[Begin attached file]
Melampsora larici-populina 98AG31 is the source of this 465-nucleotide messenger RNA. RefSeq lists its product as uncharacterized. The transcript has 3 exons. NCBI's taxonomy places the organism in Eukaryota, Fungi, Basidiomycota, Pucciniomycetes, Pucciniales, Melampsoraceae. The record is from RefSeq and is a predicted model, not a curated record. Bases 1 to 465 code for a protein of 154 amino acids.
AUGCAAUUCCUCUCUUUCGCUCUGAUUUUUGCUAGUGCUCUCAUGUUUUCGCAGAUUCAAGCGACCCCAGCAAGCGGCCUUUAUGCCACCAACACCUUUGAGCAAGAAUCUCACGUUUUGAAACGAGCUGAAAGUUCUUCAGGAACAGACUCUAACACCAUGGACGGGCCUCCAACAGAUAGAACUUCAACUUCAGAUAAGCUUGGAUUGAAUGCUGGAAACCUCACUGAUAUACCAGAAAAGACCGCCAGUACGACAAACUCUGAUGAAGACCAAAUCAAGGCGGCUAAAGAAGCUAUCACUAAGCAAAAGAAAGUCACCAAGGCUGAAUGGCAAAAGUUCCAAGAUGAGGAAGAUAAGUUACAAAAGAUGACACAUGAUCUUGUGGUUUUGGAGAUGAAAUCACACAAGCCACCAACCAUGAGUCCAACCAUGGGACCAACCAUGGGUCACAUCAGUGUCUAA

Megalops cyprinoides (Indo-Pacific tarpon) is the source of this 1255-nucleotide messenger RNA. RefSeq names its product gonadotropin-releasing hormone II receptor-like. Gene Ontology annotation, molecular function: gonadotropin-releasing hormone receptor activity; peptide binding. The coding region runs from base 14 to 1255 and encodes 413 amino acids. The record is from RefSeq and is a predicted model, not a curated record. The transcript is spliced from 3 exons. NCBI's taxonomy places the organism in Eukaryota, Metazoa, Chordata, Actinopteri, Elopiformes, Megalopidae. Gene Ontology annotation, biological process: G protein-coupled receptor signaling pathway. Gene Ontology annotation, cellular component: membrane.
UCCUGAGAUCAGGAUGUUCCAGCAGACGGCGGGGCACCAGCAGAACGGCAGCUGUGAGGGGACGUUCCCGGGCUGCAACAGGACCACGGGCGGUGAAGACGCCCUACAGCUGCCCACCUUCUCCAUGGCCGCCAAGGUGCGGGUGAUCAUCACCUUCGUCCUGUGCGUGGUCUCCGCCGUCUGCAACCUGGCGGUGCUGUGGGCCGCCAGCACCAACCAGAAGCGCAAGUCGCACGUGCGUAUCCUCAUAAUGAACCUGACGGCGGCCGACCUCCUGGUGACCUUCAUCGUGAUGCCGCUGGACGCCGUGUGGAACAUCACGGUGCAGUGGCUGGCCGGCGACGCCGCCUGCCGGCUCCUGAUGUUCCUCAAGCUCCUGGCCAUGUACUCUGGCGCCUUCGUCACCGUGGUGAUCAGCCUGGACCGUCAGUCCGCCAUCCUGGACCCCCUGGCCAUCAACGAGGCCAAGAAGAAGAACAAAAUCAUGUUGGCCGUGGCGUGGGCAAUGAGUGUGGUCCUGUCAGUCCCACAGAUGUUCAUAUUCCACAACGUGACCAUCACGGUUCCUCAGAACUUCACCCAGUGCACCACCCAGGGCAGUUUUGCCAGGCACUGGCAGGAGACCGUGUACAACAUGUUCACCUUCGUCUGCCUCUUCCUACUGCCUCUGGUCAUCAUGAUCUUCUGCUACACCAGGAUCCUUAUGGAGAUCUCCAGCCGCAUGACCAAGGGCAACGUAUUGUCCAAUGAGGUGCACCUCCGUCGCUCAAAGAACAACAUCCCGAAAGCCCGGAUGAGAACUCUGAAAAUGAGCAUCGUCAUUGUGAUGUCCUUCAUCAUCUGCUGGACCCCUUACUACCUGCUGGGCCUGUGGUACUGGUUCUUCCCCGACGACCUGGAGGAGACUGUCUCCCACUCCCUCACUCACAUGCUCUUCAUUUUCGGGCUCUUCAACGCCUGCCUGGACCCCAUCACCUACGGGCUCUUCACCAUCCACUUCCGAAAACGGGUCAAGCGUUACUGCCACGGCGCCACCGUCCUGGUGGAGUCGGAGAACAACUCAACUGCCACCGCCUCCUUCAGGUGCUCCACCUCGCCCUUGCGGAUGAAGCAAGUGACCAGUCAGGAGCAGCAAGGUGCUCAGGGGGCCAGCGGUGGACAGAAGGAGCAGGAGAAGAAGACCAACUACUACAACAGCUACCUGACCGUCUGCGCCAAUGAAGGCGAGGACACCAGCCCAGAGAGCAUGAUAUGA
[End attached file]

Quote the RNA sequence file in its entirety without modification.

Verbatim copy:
Melampsora larici-populina 98AG31 is the source of this 465-nucleotide messenger RNA. RefSeq lists its product as uncharacterized. The transcript has 3 exons. NCBI's taxonomy places the organism in Eukaryota, Fungi, Basidiomycota, Pucciniomycetes, Pucciniales, Melampsoraceae. The record is from RefSeq and is a predicted model, not a curated record. Bases 1 to 465 code for a protein of 154 amino acids.
AUGCAAUUCCUCUCUUUCGCUCUGAUUUUUGCUAGUGCUCUCAUGUUUUCGCAGAUUCAAGCGACCCCAGCAAGCGGCCUUUAUGCCACCAACACCUUUGAGCAAGAAUCUCACGUUUUGAAACGAGCUGAAAGUUCUUCAGGAACAGACUCUAACACCAUGGACGGGCCUCCAACAGAUAGAACUUCAACUUCAGAUAAGCUUGGAUUGAAUGCUGGAAACCUCACUGAUAUACCAGAAAAGACCGCCAGUACGACAAACUCUGAUGAAGACCAAAUCAAGGCGGCUAAAGAAGCUAUCACUAAGCAAAAGAAAGUCACCAAGGCUGAAUGGCAAAAGUUCCAAGAUGAGGAAGAUAAGUUACAAAAGAUGACACAUGAUCUUGUGGUUUUGGAGAUGAAAUCACACAAGCCACCAACCAUGAGUCCAACCAUGGGACCAACCAUGGGUCACAUCAGUGUCUAA

Megalops cyprinoides (Indo-Pacific tarpon) is the source of this 1255-nucleotide messenger RNA. RefSeq names its product gonadotropin-releasing hormone II receptor-like. Gene Ontology annotation, molecular function: gonadotropin-releasing hormone receptor activity; peptide binding. The coding region runs from base 14 to 1255 and encodes 413 amino acids. The record is from RefSeq and is a predicted model, not a curated record. The transcript is spliced from 3 exons. NCBI's taxonomy places the organism in Eukaryota, Metazoa, Chordata, Actinopteri, Elopiformes, Megalopidae. Gene Ontology annotation, biological process: G protein-coupled receptor signaling pathway. Gene Ontology annotation, cellular component: membrane.
UCCUGAGAUCAGGAUGUUCCAGCAGACGGCGGGGCACCAGCAGAACGGCAGCUGUGAGGGGACGUUCCCGGGCUGCAACAGGACCACGGGCGGUGAAGACGCCCUACAGCUGCCCACCUUCUCCAUGGCCGCCAAGGUGCGGGUGAUCAUCACCUUCGUCCUGUGCGUGGUCUCCGCCGUCUGCAACCUGGCGGUGCUGUGGGCCGCCAGCACCAACCAGAAGCGCAAGUCGCACGUGCGUAUCCUCAUAAUGAACCUGACGGCGGCCGACCUCCUGGUGACCUUCAUCGUGAUGCCGCUGGACGCCGUGUGGAACAUCACGGUGCAGUGGCUGGCCGGCGACGCCGCCUGCCGGCUCCUGAUGUUCCUCAAGCUCCUGGCCAUGUACUCUGGCGCCUUCGUCACCGUGGUGAUCAGCCUGGACCGUCAGUCCGCCAUCCUGGACCCCCUGGCCAUCAACGAGGCCAAGAAGAAGAACAAAAUCAUGUUGGCCGUGGCGUGGGCAAUGAGUGUGGUCCUGUCAGUCCCACAGAUGUUCAUAUUCCACAACGUGACCAUCACGGUUCCUCAGAACUUCACCCAGUGCACCACCCAGGGCAGUUUUGCCAGGCACUGGCAGGAGACCGUGUACAACAUGUUCACCUUCGUCUGCCUCUUCCUACUGCCUCUGGUCAUCAUGAUCUUCUGCUACACCAGGAUCCUUAUGGAGAUCUCCAGCCGCAUGACCAAGGGCAACGUAUUGUCCAAUGAGGUGCACCUCCGUCGCUCAAAGAACAACAUCCCGAAAGCCCGGAUGAGAACUCUGAAAAUGAGCAUCGUCAUUGUGAUGUCCUUCAUCAUCUGCUGGACCCCUUACUACCUGCUGGGCCUGUGGUACUGGUUCUUCCCCGACGACCUGGAGGAGACUGUCUCCCACUCCCUCACUCACAUGCUCUUCAUUUUCGGGCUCUUCAACGCCUGCCUGGACCCCAUCACCUACGGGCUCUUCACCAUCCACUUCCGAAAACGGGUCAAGCGUUACUGCCACGGCGCCACCGUCCUGGUGGAGUCGGAGAACAACUCAACUGCCACCGCCUCCUUCAGGUGCUCCACCUCGCCCUUGCGGAUGAAGCAAGUGACCAGUCAGGAGCAGCAAGGUGCUCAGGGGGCCAGCGGUGGACAGAAGGAGCAGGAGAAGAAGACCAACUACUACAACAGCUACCUGACCGUCUGCGCCAAUGAAGGCGAGGACACCAGCCCAGAGAGCAUGAUAUGA